Leigh-on-Sea was described in 1565 as 'a very proper town, well-furnished with good mariners, where commonly tall ships do ride'; during its heyday it had close associations with the Royal Navy. Following the decline of shipbuilding the town became known for oysters and smuggling, and was dismissed by an 1804 traveller as 'small and very dirty, principally inhabited by fishermen'. Its entry into the modern age was assisted by Lady Olivia Sparrow and the Rev Robert Eden, who implemented improvements that made possible the rapid development that followed the arrival of the railway, initially so destructive of the town's physical fabric, in 1854. The old inns and cockle sheds which survived nowadays provide a tourist attraction in the 'Old Town', but fishing and sea-faring do not tell the whole story of the town's past. This welcome new account is the first book to give equal consideration to the north of Leigh, where the farmsteads, woodlands and urban development are no less a part of its history than the fishermen's cottages.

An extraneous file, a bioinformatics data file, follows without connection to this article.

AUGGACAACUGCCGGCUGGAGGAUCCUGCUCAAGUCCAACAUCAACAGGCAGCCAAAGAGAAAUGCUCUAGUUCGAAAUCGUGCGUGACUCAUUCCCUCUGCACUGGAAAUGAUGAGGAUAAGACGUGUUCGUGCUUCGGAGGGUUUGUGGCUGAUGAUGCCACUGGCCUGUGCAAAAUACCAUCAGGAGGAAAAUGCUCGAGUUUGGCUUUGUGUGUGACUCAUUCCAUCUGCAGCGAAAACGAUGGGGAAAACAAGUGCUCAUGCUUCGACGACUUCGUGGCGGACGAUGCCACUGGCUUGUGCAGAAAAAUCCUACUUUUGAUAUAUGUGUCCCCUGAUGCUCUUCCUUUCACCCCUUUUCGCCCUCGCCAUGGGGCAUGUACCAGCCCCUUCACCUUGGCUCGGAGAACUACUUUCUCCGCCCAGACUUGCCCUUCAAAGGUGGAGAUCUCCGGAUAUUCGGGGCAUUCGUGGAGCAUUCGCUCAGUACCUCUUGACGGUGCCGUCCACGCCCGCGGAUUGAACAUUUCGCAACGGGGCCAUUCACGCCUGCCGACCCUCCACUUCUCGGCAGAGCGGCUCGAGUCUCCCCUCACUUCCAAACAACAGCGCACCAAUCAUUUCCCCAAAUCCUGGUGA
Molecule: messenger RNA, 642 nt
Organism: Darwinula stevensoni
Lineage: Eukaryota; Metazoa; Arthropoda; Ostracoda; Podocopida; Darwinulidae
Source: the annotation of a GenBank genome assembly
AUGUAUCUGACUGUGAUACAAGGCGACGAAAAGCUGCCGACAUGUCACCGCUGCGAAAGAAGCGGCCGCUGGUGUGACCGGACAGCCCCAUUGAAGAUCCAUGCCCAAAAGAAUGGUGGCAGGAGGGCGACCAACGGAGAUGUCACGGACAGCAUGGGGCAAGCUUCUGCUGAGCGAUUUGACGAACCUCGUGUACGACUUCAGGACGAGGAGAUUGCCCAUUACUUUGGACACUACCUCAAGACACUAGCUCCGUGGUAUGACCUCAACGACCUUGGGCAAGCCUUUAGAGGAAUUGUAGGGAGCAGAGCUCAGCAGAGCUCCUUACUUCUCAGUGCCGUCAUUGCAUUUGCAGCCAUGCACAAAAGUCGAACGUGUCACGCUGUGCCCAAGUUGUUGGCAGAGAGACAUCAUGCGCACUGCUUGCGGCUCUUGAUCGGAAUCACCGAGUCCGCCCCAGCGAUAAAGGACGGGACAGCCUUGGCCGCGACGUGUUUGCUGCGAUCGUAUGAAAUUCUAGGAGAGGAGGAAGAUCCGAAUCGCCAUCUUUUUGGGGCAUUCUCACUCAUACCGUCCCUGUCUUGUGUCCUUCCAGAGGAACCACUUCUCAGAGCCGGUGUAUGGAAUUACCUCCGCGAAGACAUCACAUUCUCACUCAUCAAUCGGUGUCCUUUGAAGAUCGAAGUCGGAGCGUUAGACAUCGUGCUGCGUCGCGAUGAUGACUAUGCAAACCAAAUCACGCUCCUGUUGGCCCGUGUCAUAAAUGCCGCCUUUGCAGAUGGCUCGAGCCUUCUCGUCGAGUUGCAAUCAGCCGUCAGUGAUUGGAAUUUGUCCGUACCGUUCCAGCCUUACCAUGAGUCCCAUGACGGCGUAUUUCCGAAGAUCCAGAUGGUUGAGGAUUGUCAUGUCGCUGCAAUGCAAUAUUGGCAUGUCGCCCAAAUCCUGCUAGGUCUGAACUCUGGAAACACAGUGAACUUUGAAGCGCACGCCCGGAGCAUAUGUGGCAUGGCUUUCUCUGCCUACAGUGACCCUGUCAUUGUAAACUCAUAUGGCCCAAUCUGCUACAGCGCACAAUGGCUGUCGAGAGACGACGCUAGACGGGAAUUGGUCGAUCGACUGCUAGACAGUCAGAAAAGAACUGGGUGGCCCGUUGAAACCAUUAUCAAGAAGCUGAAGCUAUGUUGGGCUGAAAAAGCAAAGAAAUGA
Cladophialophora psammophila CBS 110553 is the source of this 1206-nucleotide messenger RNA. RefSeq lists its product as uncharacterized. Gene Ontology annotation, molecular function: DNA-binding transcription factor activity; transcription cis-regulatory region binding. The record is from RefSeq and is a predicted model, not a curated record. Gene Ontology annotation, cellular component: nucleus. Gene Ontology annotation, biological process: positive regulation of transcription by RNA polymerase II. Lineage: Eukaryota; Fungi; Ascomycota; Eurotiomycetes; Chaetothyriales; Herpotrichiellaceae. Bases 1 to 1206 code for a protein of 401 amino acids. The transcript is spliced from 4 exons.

In a very readable narrative the author traces the changing fortunes of the town from the earliest times to the present day. With sea battles, tax disputes, royal visits and cholera the townsfolk had diversions enough, as well as their regular pastimes, to add spice to the daily grind of farming or fishing. The town had its share of interesting personalities; some wicked, like smuggler John Dowsett and highwayman Cutter Lynch, and some good, such as Samuel Moyer, the Rev. Robert Stuart King and William Brand, whose tablet in Leigh church marks his heroism on the Revenge at Trafalgar. They all form part of the tapestry of Leigh's past, so carefully woven and splendidly illustrated by the author. As well as providing the facts, she succeeds in conveying a sense of the strong community spirit that has shaped the town and continues as one of its attractions today.